First starters, let’s begin with the Arkansas Poll, which shows the Republican in the race maintaining a whopping 13 point advantage over the incumbent, 49 percent to 36 percent:
From the internals:
(1) Among “very likely voters,” the D/R/I sample breakdown is 31/33/33. That's to say, the sample isn't overly skewed in favor of Republicans. And yet Sen. Pryor and President Obama’s approval/disapproval ratings are almost comically bad, sitting at 33/54 and 27/68, respectively.
(2) Thirty-four percent of respondents said “the economy” is the most important issue facing Arkansans. The second and third issues, respectively, were “politicians/politics” (21 percent) and "healthcare" (16 percent).
(3) Twenty-five percent of respondents say they are “worse” off financially than they were one year ago today. However, 22 percent said they were “better” off, and 52 percent said “about the same.”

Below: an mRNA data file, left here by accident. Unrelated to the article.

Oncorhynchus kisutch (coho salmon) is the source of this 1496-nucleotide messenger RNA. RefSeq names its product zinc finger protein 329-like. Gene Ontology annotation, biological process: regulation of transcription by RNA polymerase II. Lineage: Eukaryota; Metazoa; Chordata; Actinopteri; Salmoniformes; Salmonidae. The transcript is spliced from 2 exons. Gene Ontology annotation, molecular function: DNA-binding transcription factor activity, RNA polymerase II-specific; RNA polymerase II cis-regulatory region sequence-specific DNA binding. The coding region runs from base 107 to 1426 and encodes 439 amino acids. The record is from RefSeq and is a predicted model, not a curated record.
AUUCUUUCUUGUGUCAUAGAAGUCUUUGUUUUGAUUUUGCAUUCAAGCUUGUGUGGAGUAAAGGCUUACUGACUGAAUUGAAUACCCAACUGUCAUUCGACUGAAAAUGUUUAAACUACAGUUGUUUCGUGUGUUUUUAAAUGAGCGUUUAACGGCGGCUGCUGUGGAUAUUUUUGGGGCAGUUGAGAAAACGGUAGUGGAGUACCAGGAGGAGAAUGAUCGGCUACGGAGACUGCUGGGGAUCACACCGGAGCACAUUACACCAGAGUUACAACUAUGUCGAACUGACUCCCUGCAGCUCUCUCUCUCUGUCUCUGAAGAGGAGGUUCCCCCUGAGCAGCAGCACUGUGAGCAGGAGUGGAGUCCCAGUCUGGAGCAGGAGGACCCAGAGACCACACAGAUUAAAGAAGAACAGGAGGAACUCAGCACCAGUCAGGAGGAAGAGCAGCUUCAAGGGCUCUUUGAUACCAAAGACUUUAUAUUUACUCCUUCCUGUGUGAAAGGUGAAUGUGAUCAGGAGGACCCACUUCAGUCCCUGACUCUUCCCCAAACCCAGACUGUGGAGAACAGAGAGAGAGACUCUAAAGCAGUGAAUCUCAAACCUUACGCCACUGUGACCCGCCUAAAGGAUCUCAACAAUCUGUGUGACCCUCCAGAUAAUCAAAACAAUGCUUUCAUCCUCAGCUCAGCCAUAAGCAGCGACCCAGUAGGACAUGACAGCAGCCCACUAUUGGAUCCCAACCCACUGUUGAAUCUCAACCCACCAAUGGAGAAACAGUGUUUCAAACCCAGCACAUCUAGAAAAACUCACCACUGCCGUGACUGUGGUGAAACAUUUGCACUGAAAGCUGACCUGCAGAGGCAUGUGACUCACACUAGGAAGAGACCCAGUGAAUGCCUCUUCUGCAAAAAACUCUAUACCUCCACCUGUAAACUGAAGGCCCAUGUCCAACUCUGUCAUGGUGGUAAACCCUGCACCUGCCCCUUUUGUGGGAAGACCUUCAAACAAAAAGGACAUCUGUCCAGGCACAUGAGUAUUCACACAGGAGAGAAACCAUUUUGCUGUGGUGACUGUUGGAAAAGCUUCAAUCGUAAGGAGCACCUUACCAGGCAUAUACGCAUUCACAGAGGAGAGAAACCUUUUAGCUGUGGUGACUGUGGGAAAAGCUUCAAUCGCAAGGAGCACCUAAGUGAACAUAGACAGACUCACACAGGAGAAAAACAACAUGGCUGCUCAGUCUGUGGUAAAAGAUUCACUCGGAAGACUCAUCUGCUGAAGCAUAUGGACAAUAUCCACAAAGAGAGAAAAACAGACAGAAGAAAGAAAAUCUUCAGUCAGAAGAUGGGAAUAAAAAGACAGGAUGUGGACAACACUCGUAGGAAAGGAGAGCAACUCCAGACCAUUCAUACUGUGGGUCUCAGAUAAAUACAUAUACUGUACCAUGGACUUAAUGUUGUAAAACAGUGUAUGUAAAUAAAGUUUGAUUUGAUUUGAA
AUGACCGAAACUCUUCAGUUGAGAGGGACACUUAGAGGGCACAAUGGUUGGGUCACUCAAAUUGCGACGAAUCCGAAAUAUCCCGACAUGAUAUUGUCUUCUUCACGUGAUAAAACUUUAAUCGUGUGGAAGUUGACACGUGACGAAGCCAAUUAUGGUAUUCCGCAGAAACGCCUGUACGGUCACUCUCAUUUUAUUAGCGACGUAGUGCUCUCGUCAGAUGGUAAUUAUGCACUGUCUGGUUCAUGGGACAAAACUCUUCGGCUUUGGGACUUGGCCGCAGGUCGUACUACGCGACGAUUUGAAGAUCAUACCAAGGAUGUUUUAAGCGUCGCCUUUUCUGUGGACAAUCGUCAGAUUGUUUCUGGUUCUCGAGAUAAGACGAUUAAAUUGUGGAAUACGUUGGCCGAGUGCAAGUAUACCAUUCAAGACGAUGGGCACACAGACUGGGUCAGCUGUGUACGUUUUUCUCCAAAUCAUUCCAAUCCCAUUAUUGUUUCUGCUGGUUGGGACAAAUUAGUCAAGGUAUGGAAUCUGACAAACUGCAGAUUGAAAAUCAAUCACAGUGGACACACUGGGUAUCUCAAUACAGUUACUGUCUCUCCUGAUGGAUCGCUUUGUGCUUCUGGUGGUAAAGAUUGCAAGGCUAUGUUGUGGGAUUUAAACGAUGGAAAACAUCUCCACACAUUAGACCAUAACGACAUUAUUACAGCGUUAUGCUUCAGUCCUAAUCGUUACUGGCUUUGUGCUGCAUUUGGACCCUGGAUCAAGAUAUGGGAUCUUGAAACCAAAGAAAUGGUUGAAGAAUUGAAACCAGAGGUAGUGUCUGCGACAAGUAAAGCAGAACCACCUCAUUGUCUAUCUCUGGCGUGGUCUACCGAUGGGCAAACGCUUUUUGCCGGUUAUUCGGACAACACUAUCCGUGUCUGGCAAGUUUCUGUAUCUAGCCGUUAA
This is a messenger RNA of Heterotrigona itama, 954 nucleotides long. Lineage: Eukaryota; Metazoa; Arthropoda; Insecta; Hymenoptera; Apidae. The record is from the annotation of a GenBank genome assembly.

In other words, the vast majority of respondents are doing okay, but they really aren't all that impressed with Sen. Pryor and President Obama. I would point out, however, that the sample size was rather small. Only 568 “very likely voters” participated in the survey. By contrast, Rasmussen Reports' newest poll interviewed some 967 Likely Voters.
That’s a much bigger (and better) sample, and thus perhaps one reason why their findings indicate the race is much tighter:
The latest Rasmussen Reports telephone survey of Likely Arkansas Voters shows Cotton with 51% of the vote to Pryor’s 44%. Four percent (4%) like some other candidate in the race, and two percent (2%) remain undecided. (To see survey question wording, click here.)
Either way you slice it, though, that’s still a seven point differential; it makes you wonder if this poll wasn’t an outlier after all.